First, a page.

OVER THE PAST 15 YEARS, there has been growing recognition of the role sexual networks play in the spread of sexually transmitted infections (STIs) and HIV.1–4 Sexual networks necessarily shape the transmission of STIs/HIV because they constitute the paths through which infectious agents move from person to person. Mathematical models have demonstrated that characteristics of network structure such as mixing patterns,5–7 concurrency8–9 and degree distribution2,10–12 affect how quickly and how far a disease can spread through a network. Likewise, the likelihood of getting infected or of transmitting infection has been shown to be theoretically influenced by network position.10,13–15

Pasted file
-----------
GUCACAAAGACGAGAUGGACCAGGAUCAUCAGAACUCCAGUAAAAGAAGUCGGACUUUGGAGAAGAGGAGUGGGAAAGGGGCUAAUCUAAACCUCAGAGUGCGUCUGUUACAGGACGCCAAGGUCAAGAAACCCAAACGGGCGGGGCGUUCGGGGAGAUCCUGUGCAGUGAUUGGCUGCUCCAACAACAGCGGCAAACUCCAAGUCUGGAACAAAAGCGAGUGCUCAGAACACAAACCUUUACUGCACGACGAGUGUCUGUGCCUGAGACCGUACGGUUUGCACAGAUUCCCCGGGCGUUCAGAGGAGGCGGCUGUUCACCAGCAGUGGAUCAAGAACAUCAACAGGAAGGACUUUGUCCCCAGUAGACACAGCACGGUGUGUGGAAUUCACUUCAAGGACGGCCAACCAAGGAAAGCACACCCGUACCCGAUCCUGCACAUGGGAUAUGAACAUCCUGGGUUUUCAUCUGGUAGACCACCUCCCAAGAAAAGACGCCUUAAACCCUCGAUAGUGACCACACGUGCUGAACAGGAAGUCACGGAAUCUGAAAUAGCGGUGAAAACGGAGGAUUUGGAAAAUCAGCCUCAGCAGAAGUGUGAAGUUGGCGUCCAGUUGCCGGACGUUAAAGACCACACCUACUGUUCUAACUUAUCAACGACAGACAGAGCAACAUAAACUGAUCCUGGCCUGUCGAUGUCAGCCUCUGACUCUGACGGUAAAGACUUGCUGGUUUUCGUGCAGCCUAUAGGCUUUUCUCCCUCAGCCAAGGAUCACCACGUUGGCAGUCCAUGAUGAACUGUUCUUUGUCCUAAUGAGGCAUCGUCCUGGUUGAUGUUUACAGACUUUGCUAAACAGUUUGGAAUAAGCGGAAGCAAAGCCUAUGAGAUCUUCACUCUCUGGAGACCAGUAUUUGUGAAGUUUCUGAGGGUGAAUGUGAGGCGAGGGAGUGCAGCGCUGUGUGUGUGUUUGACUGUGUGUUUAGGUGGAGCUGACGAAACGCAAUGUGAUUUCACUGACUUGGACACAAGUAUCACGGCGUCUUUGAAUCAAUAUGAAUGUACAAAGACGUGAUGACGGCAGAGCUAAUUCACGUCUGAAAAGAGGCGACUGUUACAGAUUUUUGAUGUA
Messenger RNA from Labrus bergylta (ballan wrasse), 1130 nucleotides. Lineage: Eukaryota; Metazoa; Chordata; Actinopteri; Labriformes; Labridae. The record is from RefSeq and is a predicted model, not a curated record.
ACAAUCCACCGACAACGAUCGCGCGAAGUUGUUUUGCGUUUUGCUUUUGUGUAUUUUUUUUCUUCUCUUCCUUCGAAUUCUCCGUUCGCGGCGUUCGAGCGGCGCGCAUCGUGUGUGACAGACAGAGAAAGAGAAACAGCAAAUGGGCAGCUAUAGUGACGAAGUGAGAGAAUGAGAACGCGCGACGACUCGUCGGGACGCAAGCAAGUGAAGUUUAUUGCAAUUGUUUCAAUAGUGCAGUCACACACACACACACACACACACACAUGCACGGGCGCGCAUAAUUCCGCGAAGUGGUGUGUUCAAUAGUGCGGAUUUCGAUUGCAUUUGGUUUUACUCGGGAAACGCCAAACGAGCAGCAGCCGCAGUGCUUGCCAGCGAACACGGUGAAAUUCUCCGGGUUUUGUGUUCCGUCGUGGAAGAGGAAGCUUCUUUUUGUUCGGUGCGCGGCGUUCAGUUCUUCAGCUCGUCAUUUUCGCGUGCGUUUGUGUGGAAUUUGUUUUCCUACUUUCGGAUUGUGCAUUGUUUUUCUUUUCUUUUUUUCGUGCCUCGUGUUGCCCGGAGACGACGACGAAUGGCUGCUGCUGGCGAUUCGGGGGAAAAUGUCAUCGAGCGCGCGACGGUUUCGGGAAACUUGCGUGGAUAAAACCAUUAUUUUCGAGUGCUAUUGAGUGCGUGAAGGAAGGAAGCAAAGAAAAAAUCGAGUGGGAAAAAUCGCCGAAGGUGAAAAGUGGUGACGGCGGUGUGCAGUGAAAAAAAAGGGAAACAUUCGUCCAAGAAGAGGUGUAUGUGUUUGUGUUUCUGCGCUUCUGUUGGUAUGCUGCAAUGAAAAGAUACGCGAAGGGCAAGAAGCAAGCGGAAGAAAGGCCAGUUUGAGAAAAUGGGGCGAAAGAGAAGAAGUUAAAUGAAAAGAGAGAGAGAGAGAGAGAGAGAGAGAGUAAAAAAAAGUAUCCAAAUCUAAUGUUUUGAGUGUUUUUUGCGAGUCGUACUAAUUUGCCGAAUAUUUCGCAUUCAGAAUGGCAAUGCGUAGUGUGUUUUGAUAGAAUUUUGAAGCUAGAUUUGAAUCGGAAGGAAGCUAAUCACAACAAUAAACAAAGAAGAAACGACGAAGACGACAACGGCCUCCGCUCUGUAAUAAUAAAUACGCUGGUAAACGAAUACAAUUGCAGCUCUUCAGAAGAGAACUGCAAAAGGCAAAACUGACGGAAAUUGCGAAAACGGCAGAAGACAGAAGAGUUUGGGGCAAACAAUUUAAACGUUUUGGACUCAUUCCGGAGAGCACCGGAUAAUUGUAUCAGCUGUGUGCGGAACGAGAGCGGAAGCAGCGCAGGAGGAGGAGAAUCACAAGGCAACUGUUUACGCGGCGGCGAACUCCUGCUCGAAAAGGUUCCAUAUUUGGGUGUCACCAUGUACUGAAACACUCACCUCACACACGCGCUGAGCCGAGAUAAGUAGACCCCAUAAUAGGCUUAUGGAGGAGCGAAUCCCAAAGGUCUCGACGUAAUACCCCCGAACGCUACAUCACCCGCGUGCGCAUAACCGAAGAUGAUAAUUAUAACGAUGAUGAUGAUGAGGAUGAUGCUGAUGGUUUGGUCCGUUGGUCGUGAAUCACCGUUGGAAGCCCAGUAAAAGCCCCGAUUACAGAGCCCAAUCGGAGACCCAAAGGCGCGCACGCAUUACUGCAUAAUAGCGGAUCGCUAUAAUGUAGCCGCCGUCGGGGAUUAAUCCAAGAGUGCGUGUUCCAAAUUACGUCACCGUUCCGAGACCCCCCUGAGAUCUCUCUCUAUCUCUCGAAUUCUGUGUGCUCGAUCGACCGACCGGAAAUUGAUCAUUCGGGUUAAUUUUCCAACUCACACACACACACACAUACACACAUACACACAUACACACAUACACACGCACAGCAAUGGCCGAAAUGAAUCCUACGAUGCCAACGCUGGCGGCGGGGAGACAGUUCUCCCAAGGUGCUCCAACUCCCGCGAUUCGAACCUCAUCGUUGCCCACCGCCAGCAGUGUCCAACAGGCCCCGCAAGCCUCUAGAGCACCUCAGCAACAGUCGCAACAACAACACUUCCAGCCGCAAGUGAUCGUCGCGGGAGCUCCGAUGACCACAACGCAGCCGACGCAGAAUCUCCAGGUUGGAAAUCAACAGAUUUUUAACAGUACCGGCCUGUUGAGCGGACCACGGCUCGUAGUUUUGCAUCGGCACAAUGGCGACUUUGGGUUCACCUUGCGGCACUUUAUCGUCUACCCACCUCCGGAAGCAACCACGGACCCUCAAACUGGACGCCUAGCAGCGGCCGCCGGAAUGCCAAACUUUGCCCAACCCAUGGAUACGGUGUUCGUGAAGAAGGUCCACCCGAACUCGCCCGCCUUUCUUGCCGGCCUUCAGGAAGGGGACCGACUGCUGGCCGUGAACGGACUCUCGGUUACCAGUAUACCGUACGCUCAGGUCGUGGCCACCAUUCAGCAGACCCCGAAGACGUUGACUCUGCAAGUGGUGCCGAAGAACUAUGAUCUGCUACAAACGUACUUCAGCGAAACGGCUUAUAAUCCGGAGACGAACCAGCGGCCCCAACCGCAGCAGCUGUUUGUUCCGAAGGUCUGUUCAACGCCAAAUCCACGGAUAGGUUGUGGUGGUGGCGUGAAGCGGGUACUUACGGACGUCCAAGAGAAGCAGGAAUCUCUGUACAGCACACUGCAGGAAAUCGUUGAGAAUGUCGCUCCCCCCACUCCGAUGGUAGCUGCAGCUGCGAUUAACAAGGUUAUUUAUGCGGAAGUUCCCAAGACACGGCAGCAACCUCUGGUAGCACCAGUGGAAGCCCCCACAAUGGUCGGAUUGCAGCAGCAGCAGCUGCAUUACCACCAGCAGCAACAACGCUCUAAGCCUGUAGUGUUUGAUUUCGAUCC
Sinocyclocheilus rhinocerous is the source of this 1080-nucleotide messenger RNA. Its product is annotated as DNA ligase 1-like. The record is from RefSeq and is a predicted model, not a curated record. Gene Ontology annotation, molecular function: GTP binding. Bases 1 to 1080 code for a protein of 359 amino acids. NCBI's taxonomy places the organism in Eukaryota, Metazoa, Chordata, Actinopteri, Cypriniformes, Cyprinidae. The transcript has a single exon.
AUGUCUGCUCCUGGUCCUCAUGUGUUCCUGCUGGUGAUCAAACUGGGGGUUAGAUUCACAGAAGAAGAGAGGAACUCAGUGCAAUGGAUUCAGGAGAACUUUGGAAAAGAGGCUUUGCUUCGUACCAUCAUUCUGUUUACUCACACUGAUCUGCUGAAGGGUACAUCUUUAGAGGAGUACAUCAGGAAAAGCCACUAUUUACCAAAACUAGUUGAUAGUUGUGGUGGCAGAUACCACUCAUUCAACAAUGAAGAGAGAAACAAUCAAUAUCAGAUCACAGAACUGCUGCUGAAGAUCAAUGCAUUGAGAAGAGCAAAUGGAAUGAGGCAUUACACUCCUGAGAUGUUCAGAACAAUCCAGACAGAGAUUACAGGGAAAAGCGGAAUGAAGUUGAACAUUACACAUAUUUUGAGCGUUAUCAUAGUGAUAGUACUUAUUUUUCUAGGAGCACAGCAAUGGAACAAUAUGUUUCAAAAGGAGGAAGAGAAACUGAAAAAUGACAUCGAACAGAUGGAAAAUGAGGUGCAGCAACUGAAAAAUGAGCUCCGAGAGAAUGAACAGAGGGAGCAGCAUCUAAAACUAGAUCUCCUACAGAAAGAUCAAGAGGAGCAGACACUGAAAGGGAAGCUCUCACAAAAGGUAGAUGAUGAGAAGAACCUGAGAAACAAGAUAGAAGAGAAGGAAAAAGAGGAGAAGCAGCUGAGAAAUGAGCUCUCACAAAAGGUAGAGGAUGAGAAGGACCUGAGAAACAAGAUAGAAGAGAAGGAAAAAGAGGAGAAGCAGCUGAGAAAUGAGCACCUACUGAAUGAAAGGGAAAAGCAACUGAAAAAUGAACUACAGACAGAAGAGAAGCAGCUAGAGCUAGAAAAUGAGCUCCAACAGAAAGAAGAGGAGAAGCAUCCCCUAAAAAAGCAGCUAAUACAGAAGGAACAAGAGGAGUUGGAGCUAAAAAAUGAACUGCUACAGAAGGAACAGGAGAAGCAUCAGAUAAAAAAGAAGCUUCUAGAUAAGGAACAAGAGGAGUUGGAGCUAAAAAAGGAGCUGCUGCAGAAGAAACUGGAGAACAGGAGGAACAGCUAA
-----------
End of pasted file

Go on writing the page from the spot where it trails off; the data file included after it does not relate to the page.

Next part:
However, despite the recognition of the importance of sexual networks as determinants of STI/HIV transmission1,4,16 and the multiple theoretical studies of the role of networks in disease transmission, relatively few empirical data exist about the structure of sexual networks in the general population.16 Because of the challenges associated with collecting network data, the majority of empirical studies of sexual networks have relied on data collected for disease control purposes, either as part of routine contact tracing or outbreak investigations.17–21 Further, of the few studies designed specifically to collect network data most have focused on networks of individuals perceived to be at high risk of infection (eg, injection drug users, commercial sex workers).22–26 Although these studies provide crucial insights into the characteristics of networks of infected or ‘high risk' individuals, they are not as informative about the population distribution of network characteristics. Such population-representative information is needed to provide the comparative data (i.e., network structure among the uninfected) necessary for ascertaining how network factors affect disease transmission. Population-representative data are also necessary for determining population susceptibility to STIs/HIV, enabling comparisons between different populations, and providing realistic parameters for mathematical models of STIs/HIV, which are important tools for understanding transmission dynamics and for estimating the impact of interventions.6